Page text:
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Whatever you do: don’t drink the water!

Aug 07, 2008
By FLYP Staff

Every year, a dead zone forms in the Gulf of Mexico as nitrogen from fertilizer used throughout the Midwest washes down the Mississippi River. More nitrogen in the water encourages the growth of more algae, zooplankton eat the algae and the algae excretes organic matter that decays and depletes the oxygen in the water. No oxygen, no life: fish and other marine life either move away or die.

Because of the massive flooding in Iowa and Illinois earlier this summer, the dead zone this year is estimated to be 8,000 square miles—bigger than the state of New Jersey, and tied for the second largest since scientists began measurements in 1985.

In a press release, the Louisiana State University Marine Consortium scientists who measured the zone this year (PDF) said that “the nitrogen loading to the Gulf of Mexico in May of this year was 37 percent higher than 2007 and the highest since measurements began in 1970. The intensive farming of more land, including crops used for biofuels, has definitely contributed to this high nitrogen loading rate.”

Ironically, only the violence of Hurricane Dolly seems to have prevented this year’s dead zone from getting even bigger.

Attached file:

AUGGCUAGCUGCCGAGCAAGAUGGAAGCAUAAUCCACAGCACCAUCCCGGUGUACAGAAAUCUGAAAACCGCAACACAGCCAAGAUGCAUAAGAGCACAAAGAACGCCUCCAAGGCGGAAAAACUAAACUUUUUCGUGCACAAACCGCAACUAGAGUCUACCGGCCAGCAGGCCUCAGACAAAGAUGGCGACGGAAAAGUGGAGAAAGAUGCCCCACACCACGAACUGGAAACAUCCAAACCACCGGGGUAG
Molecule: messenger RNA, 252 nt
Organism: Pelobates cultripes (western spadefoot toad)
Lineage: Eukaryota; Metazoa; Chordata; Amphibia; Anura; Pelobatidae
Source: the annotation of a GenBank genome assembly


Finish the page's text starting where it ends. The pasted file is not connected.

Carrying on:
But this isn’t just a problem in the Gulf. Smaller dead zones are regularly forming off the coast of Washington and Oregon, as well as along the entire Atlantic coast. A team of scientists from the World Research Institute has identified about 415 such zones around the world.

Nitrogen flow is one of the planetary boundaries discussed by the scientists who gathered in Sweden last month by the Tällberg Foundation. As Swedish scientist Johan Rockström told FLYP, it is one of the boundaries that has already been dangerously exceeded. And, if increasing concentrations of CO2 in the atmosphere lead to more violent storms and more flooding—which most scientists seem to accept as a given—then more nitrogen is likely to end up in the Mississippi and the Gulf.

And that will mean more dead zones.

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Scott — great question. As the article points out, nitrogen from farms is a big contributor to the dead zone. (Farmers apply fertilizers and some if it runs off. This happens in suburban lawns and golf courses, too etc.) The problem is that in contrast to a sewage treatment plant, there are few legal controls on these dispersed forms of pollution — farmers don’t have to get a permit saying how much N they can release, and there are few legal tools to force reductions. Since there is a strong economic incentive to put a lot on, they naturally keep forging ahead. (I simplify — with N fertilizer prices higher because of high energy costs, some farmers are cutting back.) We are working with an incentives-and-education system for this type of pollution, and as you can see, there are downsides to this.

Robin O’Malley
Nov 12, 2008

I’m an ignorant when it comes to global/environmental issues…but I’m trying to change that. Are there no US laws that regulate at least the dead zones in/on our borders?

Scott Chappell
Oct 10, 2008

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